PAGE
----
The golf links lie so near the mill
That almost every day
The laboring children can look out
And watch the men at play
That wry commentary on child labor was penned by Sarah Norcliffe Cleghorn in 1915. Seventy years later, children no longer work in the mills and everybody is supposed to get a chance to play -- men, women and children. The trouble is, apparently, that too many of them want to play softball.
According to a report in this paper last week, Fairfax County, which is experiencing a great business and construction boom, faces so much demand for its softball fields that they're becoming fields of contention. Many of the corporations moving into the county bring with them at least a softball team and, if they are of any size, an entire league. Since they don't generally bring along the fields to play on, conflicts have arisen between the corporate teams and long-established community organizations over who gets the diamonds.
It's not hard to see why softball has caught on so in the 1980s, or why companies would encourage it. It provides sociability (especially now that it's so much a coed sport), good cheer and even exercise, although at times it's about as aerobic as drinking beer. Moreover, for the fading athlete in most American males, it's a chance for a small late-inning miracle: a running catch, a graceful infield play and sidearm throw to first, a chance to impress Tanya of the typing pool with a triple to left. And if the athlete strikes out instead, he can console himself with the thought that nobody is taking the game seriously. Certainly not.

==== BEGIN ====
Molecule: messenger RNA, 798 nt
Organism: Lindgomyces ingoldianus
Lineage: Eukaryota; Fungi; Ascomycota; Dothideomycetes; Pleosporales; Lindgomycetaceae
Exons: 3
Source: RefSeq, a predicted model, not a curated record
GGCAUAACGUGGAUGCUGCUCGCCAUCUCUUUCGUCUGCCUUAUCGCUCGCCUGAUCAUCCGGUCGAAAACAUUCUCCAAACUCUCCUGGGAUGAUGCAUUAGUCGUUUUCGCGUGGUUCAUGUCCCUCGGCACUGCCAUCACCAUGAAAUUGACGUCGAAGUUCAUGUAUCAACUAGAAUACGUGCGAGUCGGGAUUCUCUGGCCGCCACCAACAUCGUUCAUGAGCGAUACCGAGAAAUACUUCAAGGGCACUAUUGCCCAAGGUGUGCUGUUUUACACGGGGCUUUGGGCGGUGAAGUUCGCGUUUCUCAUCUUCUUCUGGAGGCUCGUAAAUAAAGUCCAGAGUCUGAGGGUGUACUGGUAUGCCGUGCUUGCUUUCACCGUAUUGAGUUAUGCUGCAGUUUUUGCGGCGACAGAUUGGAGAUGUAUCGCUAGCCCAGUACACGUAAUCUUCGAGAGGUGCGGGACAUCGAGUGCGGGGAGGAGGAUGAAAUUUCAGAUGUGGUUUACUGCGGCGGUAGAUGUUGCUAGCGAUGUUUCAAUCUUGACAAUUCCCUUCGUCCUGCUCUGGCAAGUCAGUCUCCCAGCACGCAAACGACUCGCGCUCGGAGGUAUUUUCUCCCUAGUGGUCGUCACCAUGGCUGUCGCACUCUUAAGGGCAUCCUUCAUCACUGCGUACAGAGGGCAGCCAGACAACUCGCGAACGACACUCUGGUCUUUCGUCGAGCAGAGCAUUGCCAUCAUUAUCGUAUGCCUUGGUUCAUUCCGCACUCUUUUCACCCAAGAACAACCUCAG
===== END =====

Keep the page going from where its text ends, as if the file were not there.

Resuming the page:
Unfortunately, when the turf for such exploits is scarce, some people go a little too far to secure their patch of it. "I've heard reports of business teams going in and booting the younger kids off the fields," a member of the Fairfax County Athletic Council told The Post's reporter. There was a time when a kid who was chased off a field would threaten to go get his big brother, but with the average American family having only 1.8 children, the big-brother situation isn't what it used to be. Father, meanwhile, is probably off playing softball somewhere, so there's nothing much to do but go home and sulk.
The ball field lies so near the homes
That as the sun does set
The sullen child can see grown men
Pretending they're George Brett.